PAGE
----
I am working with a product photographer who is having issues understanding dpi and resolution.

She is shooting products to go onto a website using a Canon 5D and an ortery box.

I have asked her to provide three images for inclusion on the site; one at 720 pixels wide, one at 360 wide and a thumbnail at 60x60.

The issue is that Lightroom, which she is using for post processing, is forcing her to choose a width and reducing the quality of the image too far.

We need to balance quality with image size. For the 720s, an image around 500k is fine and should have enough resolution to allow users to zoom in to see some detail.

What’s the best way for her to convert the jpegs to 720 wide and maintain enough resolution for zooming?

Here's the original image 3.5mb

Here's the result after exporting from Lightroom 71k

Here's the image used on the actual website It's the last of the thumbnails. Be sure to mouse over the image to see the magnifier.

The goal is for users to be able to read small numbers on the products while maintaining a reasonable file size (500k?).

enter image description here

  • 2
    This question makes no sense to me. It sounds like you want the 720 pixel image to be larger than 720 pixels, which is by definition impossible. Or do you just mean that you would like less JPEG compression applied to the smaller image?
    – mattdm
    Feb 4 '13 at 19:45
  • 2
    Honestly, it sounds to me like you actually want an image that's significantly larger than 720px that's downloadable on demand (perhaps tiled) or downloaded by a bottom-of-the-page script (so it doesn't interfere with page rendering) for the zoom function. The other alternative is to use, say, a 1440px image and let the browser scale it down to 720px for display, but that will significantly affect download-and-render times for mobile users and anyone without "real" broadband (cable or DSL "lite" subscribers as well as anyone left on dialup).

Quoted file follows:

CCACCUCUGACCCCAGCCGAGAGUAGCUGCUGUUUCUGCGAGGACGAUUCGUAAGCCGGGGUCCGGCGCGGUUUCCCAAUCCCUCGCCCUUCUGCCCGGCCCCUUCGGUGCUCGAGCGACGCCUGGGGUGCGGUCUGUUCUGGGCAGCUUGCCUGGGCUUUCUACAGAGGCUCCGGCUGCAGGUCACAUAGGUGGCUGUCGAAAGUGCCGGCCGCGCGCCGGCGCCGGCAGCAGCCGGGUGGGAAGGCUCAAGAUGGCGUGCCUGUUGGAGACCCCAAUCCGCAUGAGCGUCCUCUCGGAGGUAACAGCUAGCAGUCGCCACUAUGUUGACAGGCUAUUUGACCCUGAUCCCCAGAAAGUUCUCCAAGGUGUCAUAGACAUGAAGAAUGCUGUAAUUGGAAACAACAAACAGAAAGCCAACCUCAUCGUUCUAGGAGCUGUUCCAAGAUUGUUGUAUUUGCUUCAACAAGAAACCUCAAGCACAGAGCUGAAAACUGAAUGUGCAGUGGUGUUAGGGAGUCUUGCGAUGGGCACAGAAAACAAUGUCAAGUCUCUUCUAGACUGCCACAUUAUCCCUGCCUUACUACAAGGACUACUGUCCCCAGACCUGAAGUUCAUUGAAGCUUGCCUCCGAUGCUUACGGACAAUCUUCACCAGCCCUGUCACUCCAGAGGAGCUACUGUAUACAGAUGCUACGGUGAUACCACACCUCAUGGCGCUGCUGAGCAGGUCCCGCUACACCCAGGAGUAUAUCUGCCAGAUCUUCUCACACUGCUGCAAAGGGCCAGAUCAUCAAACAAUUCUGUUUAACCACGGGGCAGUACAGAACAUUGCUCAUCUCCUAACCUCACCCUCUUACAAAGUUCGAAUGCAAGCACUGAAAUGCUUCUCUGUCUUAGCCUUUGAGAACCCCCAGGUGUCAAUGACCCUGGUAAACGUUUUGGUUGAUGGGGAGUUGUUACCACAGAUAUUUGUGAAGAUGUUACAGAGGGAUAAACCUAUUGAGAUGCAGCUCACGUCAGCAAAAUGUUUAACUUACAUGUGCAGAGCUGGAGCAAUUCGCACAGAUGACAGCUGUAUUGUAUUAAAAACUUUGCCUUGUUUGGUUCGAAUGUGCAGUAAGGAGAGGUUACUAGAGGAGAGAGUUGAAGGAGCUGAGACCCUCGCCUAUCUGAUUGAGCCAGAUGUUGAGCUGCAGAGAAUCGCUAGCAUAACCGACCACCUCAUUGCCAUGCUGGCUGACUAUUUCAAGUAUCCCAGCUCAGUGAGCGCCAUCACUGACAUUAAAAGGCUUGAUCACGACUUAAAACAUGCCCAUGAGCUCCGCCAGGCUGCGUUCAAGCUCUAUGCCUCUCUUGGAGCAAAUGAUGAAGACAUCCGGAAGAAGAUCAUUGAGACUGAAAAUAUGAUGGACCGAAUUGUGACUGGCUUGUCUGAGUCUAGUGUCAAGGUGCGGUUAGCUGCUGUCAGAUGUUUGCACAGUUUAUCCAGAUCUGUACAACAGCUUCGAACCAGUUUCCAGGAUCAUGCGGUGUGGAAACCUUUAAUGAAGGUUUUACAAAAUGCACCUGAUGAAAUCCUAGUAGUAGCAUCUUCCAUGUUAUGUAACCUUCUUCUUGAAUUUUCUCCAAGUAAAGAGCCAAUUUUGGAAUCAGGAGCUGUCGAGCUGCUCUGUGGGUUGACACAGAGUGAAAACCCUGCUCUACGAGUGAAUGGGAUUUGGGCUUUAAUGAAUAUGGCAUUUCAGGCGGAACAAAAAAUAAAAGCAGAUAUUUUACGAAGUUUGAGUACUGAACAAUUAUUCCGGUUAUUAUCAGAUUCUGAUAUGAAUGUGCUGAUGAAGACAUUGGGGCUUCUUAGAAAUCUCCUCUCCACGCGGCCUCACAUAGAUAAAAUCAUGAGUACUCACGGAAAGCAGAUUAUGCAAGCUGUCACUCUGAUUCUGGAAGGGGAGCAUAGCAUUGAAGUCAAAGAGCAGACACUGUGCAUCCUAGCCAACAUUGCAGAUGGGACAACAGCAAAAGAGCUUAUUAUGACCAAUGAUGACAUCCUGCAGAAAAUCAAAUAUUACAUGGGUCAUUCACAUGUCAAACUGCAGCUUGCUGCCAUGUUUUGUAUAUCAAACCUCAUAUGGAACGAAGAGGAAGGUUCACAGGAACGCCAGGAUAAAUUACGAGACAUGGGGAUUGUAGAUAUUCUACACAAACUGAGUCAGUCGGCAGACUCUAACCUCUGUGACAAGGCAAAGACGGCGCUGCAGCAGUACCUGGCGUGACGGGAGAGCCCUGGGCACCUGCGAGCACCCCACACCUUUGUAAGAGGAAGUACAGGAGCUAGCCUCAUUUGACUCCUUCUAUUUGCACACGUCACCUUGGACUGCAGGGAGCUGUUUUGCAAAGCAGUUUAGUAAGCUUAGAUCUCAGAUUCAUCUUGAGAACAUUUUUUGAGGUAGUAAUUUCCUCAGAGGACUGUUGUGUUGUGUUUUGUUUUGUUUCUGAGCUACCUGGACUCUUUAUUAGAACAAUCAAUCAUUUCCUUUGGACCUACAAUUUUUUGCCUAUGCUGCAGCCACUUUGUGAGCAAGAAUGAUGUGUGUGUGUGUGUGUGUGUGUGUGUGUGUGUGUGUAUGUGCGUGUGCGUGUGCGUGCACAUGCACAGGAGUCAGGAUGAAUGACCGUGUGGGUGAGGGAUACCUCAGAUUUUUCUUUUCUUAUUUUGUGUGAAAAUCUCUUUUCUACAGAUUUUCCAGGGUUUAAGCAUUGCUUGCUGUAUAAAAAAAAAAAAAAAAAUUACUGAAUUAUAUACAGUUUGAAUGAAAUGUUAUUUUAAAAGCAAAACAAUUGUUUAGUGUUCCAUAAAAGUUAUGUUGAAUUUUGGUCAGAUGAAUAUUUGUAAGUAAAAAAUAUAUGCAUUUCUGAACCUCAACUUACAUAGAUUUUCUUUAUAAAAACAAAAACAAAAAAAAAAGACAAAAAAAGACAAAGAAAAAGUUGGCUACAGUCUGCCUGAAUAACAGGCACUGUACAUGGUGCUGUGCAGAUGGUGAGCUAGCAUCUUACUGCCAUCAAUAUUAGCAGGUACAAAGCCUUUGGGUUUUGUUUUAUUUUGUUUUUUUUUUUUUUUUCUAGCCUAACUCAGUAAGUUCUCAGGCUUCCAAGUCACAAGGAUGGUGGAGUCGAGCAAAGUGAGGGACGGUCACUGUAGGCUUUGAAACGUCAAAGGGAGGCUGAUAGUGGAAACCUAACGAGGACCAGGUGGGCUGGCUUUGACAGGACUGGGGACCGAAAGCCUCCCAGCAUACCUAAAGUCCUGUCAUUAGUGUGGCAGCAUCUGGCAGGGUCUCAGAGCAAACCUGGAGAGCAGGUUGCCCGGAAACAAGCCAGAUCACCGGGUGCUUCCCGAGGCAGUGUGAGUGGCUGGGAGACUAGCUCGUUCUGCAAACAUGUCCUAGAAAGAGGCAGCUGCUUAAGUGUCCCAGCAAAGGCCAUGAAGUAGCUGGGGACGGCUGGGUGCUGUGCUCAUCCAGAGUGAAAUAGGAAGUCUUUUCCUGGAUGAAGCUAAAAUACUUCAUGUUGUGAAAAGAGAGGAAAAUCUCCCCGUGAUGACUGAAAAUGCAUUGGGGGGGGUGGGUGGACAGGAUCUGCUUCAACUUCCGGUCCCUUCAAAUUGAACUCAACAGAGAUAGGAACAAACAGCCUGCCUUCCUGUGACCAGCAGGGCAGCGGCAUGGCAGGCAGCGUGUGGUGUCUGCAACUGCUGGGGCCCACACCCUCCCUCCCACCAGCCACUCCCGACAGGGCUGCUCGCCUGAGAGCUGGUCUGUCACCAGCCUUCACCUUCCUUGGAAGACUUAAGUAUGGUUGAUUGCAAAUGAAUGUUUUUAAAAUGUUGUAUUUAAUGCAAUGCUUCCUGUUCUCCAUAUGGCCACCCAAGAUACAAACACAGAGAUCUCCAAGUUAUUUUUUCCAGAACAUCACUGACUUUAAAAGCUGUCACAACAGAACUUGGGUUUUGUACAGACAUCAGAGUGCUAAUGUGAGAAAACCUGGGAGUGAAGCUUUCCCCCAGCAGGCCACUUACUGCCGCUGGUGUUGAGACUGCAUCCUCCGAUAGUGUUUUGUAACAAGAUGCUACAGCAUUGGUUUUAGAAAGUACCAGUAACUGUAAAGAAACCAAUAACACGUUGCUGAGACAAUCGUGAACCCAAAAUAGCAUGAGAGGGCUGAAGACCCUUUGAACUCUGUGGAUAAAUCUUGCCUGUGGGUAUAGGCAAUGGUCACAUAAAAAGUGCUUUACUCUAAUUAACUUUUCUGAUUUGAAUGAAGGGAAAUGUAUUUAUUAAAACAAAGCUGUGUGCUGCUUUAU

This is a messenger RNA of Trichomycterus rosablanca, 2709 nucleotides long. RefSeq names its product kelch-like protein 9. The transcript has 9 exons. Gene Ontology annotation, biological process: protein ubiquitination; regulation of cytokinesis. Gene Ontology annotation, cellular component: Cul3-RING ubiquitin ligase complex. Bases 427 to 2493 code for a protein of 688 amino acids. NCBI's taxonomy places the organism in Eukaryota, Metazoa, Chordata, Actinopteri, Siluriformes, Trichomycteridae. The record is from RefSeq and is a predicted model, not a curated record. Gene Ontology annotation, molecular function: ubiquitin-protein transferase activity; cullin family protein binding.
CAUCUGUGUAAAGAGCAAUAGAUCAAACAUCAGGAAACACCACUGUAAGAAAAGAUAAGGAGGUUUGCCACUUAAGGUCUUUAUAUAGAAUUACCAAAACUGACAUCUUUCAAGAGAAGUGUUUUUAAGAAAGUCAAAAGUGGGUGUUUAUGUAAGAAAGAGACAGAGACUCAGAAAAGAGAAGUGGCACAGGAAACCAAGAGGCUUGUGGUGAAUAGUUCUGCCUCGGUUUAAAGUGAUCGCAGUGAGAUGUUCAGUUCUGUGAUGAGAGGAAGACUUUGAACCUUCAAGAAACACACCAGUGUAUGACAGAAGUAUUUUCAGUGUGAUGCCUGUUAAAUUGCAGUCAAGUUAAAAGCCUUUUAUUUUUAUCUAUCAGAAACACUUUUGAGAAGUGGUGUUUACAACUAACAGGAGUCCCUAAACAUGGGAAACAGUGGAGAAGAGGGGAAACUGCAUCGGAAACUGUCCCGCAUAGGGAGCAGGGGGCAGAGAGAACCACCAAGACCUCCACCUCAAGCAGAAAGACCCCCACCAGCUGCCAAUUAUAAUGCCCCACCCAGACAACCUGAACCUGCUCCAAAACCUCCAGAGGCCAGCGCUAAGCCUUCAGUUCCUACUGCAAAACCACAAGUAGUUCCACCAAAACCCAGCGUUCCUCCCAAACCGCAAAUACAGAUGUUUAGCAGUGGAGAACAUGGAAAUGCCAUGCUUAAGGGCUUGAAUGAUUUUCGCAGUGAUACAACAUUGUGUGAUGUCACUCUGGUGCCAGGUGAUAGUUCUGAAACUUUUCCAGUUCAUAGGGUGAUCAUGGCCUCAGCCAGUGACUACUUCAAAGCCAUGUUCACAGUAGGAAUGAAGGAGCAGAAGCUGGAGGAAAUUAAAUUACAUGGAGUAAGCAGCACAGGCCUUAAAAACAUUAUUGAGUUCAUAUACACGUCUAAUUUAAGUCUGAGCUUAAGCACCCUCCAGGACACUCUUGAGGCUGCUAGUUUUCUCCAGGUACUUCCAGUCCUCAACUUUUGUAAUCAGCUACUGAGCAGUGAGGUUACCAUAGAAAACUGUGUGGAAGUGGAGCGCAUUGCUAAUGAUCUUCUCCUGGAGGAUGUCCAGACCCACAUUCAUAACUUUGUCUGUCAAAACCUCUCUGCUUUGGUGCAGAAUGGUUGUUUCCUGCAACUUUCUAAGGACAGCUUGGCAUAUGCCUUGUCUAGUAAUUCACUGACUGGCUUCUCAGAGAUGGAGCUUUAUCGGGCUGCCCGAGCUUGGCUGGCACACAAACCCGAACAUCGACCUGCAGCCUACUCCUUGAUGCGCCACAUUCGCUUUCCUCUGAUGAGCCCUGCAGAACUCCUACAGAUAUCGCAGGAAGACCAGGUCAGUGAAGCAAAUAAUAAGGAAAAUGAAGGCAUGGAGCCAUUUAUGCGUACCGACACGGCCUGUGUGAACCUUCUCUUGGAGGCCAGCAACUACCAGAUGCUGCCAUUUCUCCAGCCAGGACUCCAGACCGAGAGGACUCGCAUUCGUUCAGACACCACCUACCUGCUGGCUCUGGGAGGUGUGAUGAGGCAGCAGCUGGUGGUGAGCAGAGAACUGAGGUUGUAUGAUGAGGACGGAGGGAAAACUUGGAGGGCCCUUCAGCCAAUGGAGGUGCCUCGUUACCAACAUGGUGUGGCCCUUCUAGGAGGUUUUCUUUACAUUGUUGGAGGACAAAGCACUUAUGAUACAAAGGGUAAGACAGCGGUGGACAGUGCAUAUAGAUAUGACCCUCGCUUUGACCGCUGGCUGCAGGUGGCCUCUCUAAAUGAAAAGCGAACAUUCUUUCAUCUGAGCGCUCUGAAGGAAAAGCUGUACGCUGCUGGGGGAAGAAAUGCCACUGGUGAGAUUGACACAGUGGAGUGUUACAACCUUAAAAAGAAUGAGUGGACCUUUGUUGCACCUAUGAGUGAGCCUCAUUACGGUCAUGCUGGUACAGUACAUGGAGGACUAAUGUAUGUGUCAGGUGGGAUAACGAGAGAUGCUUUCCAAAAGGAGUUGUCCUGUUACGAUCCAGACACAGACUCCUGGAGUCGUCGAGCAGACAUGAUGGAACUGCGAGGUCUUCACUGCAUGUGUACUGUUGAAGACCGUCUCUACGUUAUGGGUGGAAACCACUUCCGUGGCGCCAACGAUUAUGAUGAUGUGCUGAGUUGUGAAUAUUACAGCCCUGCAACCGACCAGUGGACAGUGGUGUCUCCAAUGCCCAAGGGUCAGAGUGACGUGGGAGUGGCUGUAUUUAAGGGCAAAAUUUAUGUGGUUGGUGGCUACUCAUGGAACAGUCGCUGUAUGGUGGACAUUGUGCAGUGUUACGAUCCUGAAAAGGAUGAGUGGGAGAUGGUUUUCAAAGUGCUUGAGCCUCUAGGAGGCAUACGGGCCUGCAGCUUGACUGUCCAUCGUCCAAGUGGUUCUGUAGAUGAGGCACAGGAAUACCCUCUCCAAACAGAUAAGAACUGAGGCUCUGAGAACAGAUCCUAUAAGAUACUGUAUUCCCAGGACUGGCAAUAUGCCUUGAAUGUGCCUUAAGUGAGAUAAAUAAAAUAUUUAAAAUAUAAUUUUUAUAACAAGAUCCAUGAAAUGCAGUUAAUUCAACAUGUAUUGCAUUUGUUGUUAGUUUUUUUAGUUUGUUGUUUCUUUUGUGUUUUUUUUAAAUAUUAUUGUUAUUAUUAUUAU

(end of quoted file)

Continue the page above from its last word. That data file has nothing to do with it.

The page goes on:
– user2719
    Feb 4 '13 at 20:29
  • 2
    The title contradicts itself. If you scale down you will lose quality. That is what scale down means!
    – dpollitt
    Feb 4 '13 at 20:34
  • I changed the title to better reflect the question, to provide the files and a link to the website with the images in use.
    – rboarman
    Feb 4 '13 at 20:45
  • 3
    @rboarman "without losing quality" and "while maintaining quality" mean the same thing -- your edit doesn't address dpollit's point at all. When you "scale down" an image, you necessarily reduce the number of pixels, and by definition a lower resolution image results.
    – Caleb
    Feb 4 '13 at 21:04

The web site appears to be the problem here. As far as I can tell, the web site, when you mouse over the "larger" (non-thumbnail) version of the image, it shows a pannable full-size image. The problem is that the full size image is NOT full size, it is the same "larger" version upscaled in the browser (or maybe via some processing at the server). It looks as though the larger version was nearest-neighbor upscaled by 4x, thus resulting in blocky pixellation.